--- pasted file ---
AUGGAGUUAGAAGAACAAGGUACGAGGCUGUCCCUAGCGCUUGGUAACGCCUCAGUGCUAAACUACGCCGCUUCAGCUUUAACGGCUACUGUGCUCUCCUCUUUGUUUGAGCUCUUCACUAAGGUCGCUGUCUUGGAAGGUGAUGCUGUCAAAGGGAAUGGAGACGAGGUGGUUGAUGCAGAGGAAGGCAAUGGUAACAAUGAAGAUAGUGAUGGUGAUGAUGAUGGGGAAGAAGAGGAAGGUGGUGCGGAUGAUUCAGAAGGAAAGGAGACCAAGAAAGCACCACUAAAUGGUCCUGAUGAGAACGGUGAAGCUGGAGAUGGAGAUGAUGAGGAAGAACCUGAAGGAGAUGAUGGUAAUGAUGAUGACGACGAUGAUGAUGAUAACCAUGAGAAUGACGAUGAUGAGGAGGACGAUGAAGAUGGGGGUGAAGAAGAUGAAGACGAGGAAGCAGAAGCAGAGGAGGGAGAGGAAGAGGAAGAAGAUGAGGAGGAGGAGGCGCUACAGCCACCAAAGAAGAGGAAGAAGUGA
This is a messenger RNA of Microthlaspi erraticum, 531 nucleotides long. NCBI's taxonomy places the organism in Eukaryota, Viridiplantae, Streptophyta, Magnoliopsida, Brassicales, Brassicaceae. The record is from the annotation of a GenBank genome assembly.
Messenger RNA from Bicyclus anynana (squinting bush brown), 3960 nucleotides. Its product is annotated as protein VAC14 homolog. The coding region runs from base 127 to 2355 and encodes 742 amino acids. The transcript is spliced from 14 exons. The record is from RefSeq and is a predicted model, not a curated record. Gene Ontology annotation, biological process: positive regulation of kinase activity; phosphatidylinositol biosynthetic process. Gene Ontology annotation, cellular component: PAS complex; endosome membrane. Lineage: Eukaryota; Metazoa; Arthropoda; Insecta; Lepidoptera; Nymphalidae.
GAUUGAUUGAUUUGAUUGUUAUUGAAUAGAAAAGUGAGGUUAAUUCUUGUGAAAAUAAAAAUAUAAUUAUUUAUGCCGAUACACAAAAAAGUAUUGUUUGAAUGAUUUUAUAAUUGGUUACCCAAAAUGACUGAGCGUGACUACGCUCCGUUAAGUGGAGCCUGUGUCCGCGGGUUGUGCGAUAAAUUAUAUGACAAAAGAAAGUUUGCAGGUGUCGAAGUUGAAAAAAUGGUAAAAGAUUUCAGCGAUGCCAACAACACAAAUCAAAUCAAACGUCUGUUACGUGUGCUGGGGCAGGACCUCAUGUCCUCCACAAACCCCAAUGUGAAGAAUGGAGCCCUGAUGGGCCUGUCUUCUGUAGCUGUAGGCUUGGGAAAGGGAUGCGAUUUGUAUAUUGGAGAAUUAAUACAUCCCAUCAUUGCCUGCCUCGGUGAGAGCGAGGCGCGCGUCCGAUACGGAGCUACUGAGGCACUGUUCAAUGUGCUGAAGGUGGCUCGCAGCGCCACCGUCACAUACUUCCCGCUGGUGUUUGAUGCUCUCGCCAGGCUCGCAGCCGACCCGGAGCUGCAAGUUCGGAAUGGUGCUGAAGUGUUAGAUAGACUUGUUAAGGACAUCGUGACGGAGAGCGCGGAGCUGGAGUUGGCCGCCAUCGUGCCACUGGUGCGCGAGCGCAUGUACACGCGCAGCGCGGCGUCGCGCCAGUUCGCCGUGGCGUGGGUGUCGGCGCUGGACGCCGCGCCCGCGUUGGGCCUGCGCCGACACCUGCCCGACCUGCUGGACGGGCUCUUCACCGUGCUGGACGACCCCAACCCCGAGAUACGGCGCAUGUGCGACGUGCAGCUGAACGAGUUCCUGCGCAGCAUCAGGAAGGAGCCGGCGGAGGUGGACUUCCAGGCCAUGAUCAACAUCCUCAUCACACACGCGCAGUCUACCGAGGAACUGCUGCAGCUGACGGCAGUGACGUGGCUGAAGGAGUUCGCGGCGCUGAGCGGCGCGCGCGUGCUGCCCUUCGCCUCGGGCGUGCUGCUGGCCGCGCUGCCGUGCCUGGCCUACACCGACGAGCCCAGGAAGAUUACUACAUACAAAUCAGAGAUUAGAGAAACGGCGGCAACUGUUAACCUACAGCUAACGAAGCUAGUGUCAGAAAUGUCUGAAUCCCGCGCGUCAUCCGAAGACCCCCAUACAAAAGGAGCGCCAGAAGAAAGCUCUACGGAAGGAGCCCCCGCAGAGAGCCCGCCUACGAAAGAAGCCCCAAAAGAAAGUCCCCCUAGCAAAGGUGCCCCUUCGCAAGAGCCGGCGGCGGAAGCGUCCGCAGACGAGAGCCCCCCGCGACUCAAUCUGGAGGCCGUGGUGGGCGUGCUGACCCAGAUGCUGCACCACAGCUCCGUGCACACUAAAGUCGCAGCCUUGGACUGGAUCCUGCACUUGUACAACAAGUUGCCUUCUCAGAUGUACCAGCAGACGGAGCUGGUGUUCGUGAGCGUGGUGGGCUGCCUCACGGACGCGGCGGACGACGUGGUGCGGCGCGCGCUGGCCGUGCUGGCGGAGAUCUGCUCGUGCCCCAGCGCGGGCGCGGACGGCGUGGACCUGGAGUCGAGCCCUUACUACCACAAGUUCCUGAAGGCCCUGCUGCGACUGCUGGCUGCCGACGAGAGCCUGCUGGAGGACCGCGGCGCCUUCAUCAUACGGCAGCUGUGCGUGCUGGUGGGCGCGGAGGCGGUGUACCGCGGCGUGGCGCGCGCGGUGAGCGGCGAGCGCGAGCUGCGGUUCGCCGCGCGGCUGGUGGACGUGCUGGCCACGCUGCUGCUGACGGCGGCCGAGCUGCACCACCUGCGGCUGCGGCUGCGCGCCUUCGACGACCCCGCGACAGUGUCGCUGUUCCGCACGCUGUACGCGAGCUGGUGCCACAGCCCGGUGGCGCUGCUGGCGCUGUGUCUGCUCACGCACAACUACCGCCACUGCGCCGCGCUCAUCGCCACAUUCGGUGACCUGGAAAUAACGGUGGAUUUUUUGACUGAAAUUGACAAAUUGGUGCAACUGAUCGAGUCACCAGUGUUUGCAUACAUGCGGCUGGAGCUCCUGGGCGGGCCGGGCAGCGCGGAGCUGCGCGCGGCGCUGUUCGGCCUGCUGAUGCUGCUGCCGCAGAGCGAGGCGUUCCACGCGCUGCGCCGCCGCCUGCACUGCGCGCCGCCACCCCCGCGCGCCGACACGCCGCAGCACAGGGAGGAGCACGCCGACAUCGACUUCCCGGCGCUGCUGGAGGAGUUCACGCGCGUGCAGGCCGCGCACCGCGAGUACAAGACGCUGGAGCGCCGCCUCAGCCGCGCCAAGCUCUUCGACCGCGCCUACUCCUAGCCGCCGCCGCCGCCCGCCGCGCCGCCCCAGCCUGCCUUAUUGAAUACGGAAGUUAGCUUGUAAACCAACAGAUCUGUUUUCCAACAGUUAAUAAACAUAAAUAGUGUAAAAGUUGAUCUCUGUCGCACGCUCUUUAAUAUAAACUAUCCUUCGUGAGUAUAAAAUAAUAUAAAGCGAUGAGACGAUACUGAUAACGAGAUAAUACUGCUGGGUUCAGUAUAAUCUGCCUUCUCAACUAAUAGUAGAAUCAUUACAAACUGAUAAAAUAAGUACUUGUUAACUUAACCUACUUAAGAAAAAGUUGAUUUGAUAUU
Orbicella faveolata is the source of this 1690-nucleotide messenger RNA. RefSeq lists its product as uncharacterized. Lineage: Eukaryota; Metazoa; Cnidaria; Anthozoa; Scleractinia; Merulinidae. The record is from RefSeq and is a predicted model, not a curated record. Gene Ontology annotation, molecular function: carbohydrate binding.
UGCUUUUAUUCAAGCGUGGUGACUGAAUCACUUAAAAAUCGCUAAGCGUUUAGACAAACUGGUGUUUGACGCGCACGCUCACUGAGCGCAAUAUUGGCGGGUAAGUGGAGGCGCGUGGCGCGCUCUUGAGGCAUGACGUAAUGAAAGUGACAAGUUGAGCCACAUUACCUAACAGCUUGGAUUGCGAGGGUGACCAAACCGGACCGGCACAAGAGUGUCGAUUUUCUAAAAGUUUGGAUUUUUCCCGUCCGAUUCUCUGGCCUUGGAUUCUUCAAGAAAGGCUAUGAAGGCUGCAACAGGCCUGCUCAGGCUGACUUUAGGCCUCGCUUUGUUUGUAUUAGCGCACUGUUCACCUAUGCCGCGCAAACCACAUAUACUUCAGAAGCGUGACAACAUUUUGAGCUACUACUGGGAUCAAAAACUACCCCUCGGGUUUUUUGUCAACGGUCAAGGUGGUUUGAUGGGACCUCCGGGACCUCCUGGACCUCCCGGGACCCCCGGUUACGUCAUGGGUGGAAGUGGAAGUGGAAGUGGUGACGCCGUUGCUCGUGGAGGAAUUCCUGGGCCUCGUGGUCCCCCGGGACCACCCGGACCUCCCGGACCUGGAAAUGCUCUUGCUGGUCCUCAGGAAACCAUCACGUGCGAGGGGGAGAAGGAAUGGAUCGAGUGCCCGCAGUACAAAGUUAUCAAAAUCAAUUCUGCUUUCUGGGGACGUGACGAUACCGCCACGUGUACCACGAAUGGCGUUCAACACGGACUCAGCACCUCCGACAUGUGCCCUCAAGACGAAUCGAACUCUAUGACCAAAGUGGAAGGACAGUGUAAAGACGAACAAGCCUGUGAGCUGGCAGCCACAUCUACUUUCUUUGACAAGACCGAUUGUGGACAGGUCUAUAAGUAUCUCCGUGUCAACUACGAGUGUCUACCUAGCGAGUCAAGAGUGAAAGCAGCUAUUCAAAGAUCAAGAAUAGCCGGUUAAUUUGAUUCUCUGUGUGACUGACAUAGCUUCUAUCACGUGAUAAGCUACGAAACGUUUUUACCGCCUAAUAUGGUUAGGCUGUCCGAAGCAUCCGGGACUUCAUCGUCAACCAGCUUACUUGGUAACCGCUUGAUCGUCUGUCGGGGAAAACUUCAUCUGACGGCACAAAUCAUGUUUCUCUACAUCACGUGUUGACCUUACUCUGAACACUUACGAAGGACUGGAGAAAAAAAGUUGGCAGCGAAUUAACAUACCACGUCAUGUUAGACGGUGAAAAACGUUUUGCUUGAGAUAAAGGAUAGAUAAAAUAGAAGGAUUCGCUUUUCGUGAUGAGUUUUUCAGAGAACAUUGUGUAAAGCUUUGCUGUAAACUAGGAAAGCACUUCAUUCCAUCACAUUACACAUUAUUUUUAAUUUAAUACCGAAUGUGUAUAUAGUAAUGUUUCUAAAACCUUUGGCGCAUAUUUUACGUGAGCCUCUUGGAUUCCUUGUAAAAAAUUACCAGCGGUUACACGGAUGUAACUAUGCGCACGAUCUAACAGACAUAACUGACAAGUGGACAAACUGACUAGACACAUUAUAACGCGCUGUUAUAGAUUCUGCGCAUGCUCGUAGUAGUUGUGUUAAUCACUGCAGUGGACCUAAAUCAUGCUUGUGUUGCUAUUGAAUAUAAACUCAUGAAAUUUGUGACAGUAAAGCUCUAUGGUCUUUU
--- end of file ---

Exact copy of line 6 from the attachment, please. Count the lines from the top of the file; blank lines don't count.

UGCUUUUAUUCAAGCGUGGUGACUGAAUCACUUAAAAAUCGCUAAGCGUUUAGACAAACUGGUGUUUGACGCGCACGCUCACUGAGCGCAAUAUUGGCGGGUAAGUGGAGGCGCGUGGCGCGCUCUUGAGGCAUGACGUAAUGAAAGUGACAAGUUGAGCCACAUUACCUAACAGCUUGGAUUGCGAGGGUGACCAAACCGGACCGGCACAAGAGUGUCGAUUUUCUAAAAGUUUGGAUUUUUCCCGUCCGAUUCUCUGGCCUUGGAUUCUUCAAGAAAGGCUAUGAAGGCUGCAACAGGCCUGCUCAGGCUGACUUUAGGCCUCGCUUUGUUUGUAUUAGCGCACUGUUCACCUAUGCCGCGCAAACCACAUAUACUUCAGAAGCGUGACAACAUUUUGAGCUACUACUGGGAUCAAAAACUACCCCUCGGGUUUUUUGUCAACGGUCAAGGUGGUUUGAUGGGACCUCCGGGACCUCCUGGACCUCCCGGGACCCCCGGUUACGUCAUGGGUGGAAGUGGAAGUGGAAGUGGUGACGCCGUUGCUCGUGGAGGAAUUCCUGGGCCUCGUGGUCCCCCGGGACCACCCGGACCUCCCGGACCUGGAAAUGCUCUUGCUGGUCCUCAGGAAACCAUCACGUGCGAGGGGGAGAAGGAAUGGAUCGAGUGCCCGCAGUACAAAGUUAUCAAAAUCAAUUCUGCUUUCUGGGGACGUGACGAUACCGCCACGUGUACCACGAAUGGCGUUCAACACGGACUCAGCACCUCCGACAUGUGCCCUCAAGACGAAUCGAACUCUAUGACCAAAGUGGAAGGACAGUGUAAAGACGAACAAGCCUGUGAGCUGGCAGCCACAUCUACUUUCUUUGACAAGACCGAUUGUGGACAGGUCUAUAAGUAUCUCCGUGUCAACUACGAGUGUCUACCUAGCGAGUCAAGAGUGAAAGCAGCUAUUCAAAGAUCAAGAAUAGCCGGUUAAUUUGAUUCUCUGUGUGACUGACAUAGCUUCUAUCACGUGAUAAGCUACGAAACGUUUUUACCGCCUAAUAUGGUUAGGCUGUCCGAAGCAUCCGGGACUUCAUCGUCAACCAGCUUACUUGGUAACCGCUUGAUCGUCUGUCGGGGAAAACUUCAUCUGACGGCACAAAUCAUGUUUCUCUACAUCACGUGUUGACCUUACUCUGAACACUUACGAAGGACUGGAGAAAAAAAGUUGGCAGCGAAUUAACAUACCACGUCAUGUUAGACGGUGAAAAACGUUUUGCUUGAGAUAAAGGAUAGAUAAAAUAGAAGGAUUCGCUUUUCGUGAUGAGUUUUUCAGAGAACAUUGUGUAAAGCUUUGCUGUAAACUAGGAAAGCACUUCAUUCCAUCACAUUACACAUUAUUUUUAAUUUAAUACCGAAUGUGUAUAUAGUAAUGUUUCUAAAACCUUUGGCGCAUAUUUUACGUGAGCCUCUUGGAUUCCUUGUAAAAAAUUACCAGCGGUUACACGGAUGUAACUAUGCGCACGAUCUAACAGACAUAACUGACAAGUGGACAAACUGACUAGACACAUUAUAACGCGCUGUUAUAGAUUCUGCGCAUGCUCGUAGUAGUUGUGUUAAUCACUGCAGUGGACCUAAAUCAUGCUUGUGUUGCUAUUGAAUAUAAACUCAUGAAAUUUGUGACAGUAAAGCUCUAUGGUCUUUU